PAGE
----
SMSFs: Good Deed, Bad Deed
Not all SMSF trust deeds are created equal. Some are good, some are bad. But why does it matter?
The provisions of a SMSF trust deed are critical for the effective and valid operation of a SMSF, including in respect of the implementation of superannuation strategies, investment transactions and estate planning.
Advisers and SMSF trustees should, as a minimum, consider the provisions of a SMSF trust deed at the following times:
- Upon establishment of the SMSF;
- Prior to the SMSF trustee(s) or member(s) undertaking a transaction or implementing a plan, such as investing the assets of the SMSF, entering into a ‘limited recourse borrowing arrangement’, changing trusteeship, amending the SMSF trust deed and paying benefits to members; and
- Preparing ‘binding death benefit nominations’ in respect of a member.
If a SMSF trustee enters into a transaction, or purports to implement a plan, that is not supported by the provisions of the SMSF trust deed, advisers could potentially be subject to the claims of affected parties if the transaction or plan is later found to be invalid or ineffective under the terms of the SMSF trust deed.
- Every SMSF trust deed, and all SMSF-related documentation (including those relating to trust deed amendments, trustee appointment and removal, binding nominations, etc) will be heavily scrutinised in the event of a dispute relating to death benefits.
It is important to note that it is the provisions of a SMSF trust deed, and not the SIS Act or SIS Regulations, which generally empowerSMSF trustees to act.
The provisions of the SIS Act and SIS Regulations are essentially ‘permissive’ and ‘prohibitive’ provisions – that is, they either ‘permit’ a SMSF trustee to undertake a particular course of action (if the trustee is so authorised under the terms of the SMSF trust deed) or they ‘prohibit’ a SMSF trustee from undertaking a particular course of action (notwithstanding the provisions of the SMSF trust deed).
This is no more evident than when a SMSF trustee wishes to enter into a ‘limited recourse borrowing arrangement’.
For example, section 67(1) of the SIS Act provides as follows:
“67(1) Subject to this section and section 67A, a trustee of a regulated superannuation fund must not:
- borrow money; or
- maintain an existing borrowing of money.”
Section 67A(1) of the SIS Act provides as follows:
“Subsection 67(1) does not prohibit a trustee of a regulated superannuation fund from borrowing money, or maintaining a borrowing of money, under an arrangement which….”, etc.
That is, section 67A(1) does not ‘empower’ or ‘authorise’ a SMSF trustee to borrow money to acquire an asset – it merely doesn’t prohibit such a borrowing if the relevant conditions are met.
If a SMSF trustee wishes to enter into a ‘limited recourse borrowing arrangement’, the SMSF trust deed must specifically empower the SMSF trustee to do so.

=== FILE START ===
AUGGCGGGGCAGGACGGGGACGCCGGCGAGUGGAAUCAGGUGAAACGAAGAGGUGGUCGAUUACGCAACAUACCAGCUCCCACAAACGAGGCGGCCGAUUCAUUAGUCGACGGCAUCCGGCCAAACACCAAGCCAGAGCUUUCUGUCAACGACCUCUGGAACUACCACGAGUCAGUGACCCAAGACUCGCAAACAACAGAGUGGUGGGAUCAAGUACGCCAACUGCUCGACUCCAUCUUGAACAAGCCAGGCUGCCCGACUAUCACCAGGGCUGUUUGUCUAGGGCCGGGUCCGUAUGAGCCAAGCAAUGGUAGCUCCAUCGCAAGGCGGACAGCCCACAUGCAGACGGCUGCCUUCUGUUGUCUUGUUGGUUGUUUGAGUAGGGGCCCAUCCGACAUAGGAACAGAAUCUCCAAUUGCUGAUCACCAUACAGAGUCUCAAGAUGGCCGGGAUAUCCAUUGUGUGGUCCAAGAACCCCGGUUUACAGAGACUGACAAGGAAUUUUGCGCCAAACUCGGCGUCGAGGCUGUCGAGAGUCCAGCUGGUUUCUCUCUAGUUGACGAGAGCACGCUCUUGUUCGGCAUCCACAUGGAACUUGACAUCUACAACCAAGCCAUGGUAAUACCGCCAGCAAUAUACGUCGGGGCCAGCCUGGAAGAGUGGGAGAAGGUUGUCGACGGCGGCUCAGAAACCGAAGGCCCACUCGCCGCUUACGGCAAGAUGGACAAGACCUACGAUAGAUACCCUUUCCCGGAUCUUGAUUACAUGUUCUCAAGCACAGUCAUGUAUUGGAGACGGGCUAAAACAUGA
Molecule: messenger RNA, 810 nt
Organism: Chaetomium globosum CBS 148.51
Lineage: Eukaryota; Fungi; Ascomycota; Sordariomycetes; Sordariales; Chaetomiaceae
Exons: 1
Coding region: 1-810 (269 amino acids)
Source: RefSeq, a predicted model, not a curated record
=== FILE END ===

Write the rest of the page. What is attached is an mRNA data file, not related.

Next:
For example, consider the following two common ‘borrowing power’ clauses in SMSF trust deeds:
|Effective Clause||“The Trustee may borrow or raise any financial accommodation up to such amount as the Trustee determines and may assign, pledge, mortgage or charge an asset or assets of the Fund as security for such borrowings.”|
|Ineffective Clause||“The Trustee may borrow or raise any financial accommodation up to such amount as the Trustee determines and may assign, pledge, mortgage or charge an asset or assets of the Fund as security for such borrowings, but only if Superannuation Law permits.”|
The Effective Clause clearly permits and empowers a SMSF trustee to borrow money. However, the Ineffective Clause only permits or empowers a SMSF trustee to borrow money if superannuation law permits.
As superannuation law does not ‘permit’ borrowing, a SMSF trustee who relies on such a clause to borrow money is arguably in breach of the SMSF trust deed and, consequently, superannuation law.
Section 55(1) of the SIS Act provides that “a person must not contravene a covenant contained, or taken to be contained, in the governing rules of a superannuation entity.”
A SMSF trustee will contravene this section if it acts contrary to the powers contained in the SMSF trust deed – for example, the SMSF trustee borrows money to acquire an asset when the SMSF trust deed does not provide such a power.
Interestingly, a contravention of section 55(1) of the SIS Act is not an offence that results in a civil or criminal penalty for the SMSF trustee – however, contravention of the SMSF trust deed can result in a significant penalty via the taxation system as the SMSF can be made ‘non-complying’ as a result.
A person who suffers loss or damage as a result of a contravention of section 55(1) may recover the amount of the loss or damage by action against any person involved in the contravention (under section 55(3) of the SIS Act).
Accordingly, not only is it in a client’s best interests to have a good SMSF trust deed, it’s in their adviser’s best interests as well.
If you have any queries or concerns in relation to SMSF trust deeds (or SMSF documentation more generally), please contact Matthew Allan (our SMSF expert).